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Tuesday, September 30, 2014

Dagestan: Political Islamism and radical groups as a threat to the region’s stability (Part I)

Dagestan, view of a village of Ghimri
(Image: AFP)
Dagestan, currently one of the Russian federal objects in North Caucasus, is one of the most ethnically heterogeneous regions, where nearly 38 different ethnic-linguistic groups are presented. There is no majority nation or ethnicity in Dagestan, what makes its consolidation more complicated. Unlike some neighboring countries, such as Chechnya, Dagestan has no clear nationalistic idea due to the ethnic diversity and relatively low level of connection between various groups and low level of trust to local government, appointed by Russian officials and representing the interests of federal forces, rather than interests of local community.


Dagestan is also one of the most Islamic regions of Russian Federation, as nearly 93% of population is Sunni Muslims of the Shafii rites, which has been in place for centuries. On the Caspian side of the country the population is mostly Shia. It’s worth mentioning also a big significance of Sufi mysticism in Dagestan, as it plays an important role here, just like in the neighboring Chechnya. Sufism appeared here back in the 14th century and advocates for tolerance and coexistence and secular government.

Many experts and scientists studying the region and the issue of Islam and political Islamism in Dagestan state, that Islam was always a strong consolidating power here, as it was the only one factor of uniting people of this diverse region. Dr. Z.S.Arukhov, leading expert on Islam and Islamism in Dagestan, stated that Islam could be a stabilizing and rallying factor for the region, though it didn’t happen, as revival of Islam in Dagestan was connected to the radical teachings and fundamental Wahhabi doctrine, which spread in country late in 1990s.

Leading experts on Dagestan, including Dr. Robert Bruce Ware, Dr. Enver Kisriev, Dr. Werner J. Petzelt, Dr. Ute Roericht, Eldar M. Eldarov, Edward C. Holland and many others, stress about the importance of this transformation of Islamic revival in the region from the religion, able to stabilize the situation in the country and unite people, into the fundamental radical Wahhabi movement, caused spread of radical views and terrorist activities in the region and making Dagestan a scene of Islamist insurgency for many years.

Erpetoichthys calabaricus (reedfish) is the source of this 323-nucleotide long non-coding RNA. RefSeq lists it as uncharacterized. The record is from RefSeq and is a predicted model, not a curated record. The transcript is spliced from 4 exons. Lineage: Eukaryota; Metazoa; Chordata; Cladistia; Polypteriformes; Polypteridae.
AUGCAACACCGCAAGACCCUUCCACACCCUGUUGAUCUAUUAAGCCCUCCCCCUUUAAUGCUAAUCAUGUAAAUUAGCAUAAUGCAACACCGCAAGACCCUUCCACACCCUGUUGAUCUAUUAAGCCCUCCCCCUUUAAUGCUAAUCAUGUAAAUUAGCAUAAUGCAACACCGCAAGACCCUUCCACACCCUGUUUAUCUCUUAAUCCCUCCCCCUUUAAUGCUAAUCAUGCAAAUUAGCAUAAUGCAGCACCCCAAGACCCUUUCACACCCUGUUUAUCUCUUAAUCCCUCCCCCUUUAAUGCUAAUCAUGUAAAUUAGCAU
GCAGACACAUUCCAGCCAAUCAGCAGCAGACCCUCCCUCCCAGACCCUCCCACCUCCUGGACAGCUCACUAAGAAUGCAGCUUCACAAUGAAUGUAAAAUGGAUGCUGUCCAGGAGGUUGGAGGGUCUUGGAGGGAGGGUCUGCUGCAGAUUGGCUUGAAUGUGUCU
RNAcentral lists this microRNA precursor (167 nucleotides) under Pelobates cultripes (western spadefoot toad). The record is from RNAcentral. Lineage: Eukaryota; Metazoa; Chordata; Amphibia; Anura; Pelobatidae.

Wahhabism ideology, appeared back in 18th century in Saudi Arabia, advocating for the “pure Islam” and refusing any later interpretations of Qur’an, arrived in Dagestan in 1990. Robert Bruce Ware and Enver Kisriev state, that Wahhabism and Islamist extremism were exported to Dagestan from Afghanistan late in 1980s. Another point of view indicates, that Wahhabism and Islamic fundamentalism came to Dagestan from Tajikistan in 1990, influenced by the Islamic Revival Party, formed in the times of “perestroika” in Tajikistan. Several Dagestani intellectuals and spiritual leaders were members of this party and brought this ideology to Dagestan.

Extremist Islamism and Wahhabism rapidly spread in the region, especially among the rural and young people from economically deprived and unstable regions. Economic devastation and degradation, social inequality, total corruption of local authorities, massive abuses of high officials and Russian backed government, affiliation of the local clergy with the corrupt authorities and, of course, influence of “global jihad” and Islamist movements from the Arab Gulf countries were among the key factors of spread of Wahhabism in the region. Fundamentalist teaching had clear ideology, giving people the chance to find “pure and true Islam” without clans, ethnicities, corruption and inequality, bringing together all the Muslims. In addition to that Wahhabis in Dagestan were advocating for creating an Islamic state, based on Sharia Law, and these ideas found support among young and poor people, especially from the mountainous and rural areas.

Talking about Dagestan as a volatile and extremely unstable region of Russian federation, it’s worth mentioning, that most of its Islamic and religious based tensions are actually based on the internal conflict between the traditional Sufi Islam and moderate Sunni Muslims, advocating for tolerance and secular state, and extremist and fundamental Wahhabism, aiming to create Islamic based state in North Caucasus.

However, despite the rapid spread of Wahhabism and radical Islamist views in Dagestan and activities of numerous radical groups, attraction to the fundamentalist Islam varies between different sectors of population, as the majority of population of Southern and mountainous areas of Dagestan, where most of the people are rural, poorer and less educated, is more inclined to Wahhabi views and teachings, while Northern Dagestani population, wealthier and more educated, is less inclined to these views. In addition to that Wahhabi movement is usually supported by youth, as elderly people are suspicious towards the new religious practices and teachings. According to the survey conducted by Enver Kisriev and Robert Bruce Ware in Dagestan, nearly ¾ of the country’s population doesn’t support radical Islamist movements.


Up to this day, Dagestan remains one of the most troubled Russia’s regions, with various underground Wahhabist and radical Islamist organizations and groups operating in the country. Some of them are relatively moderate; others are extremely radical and are affiliated with the terrorist activities in the region and in Russia as well.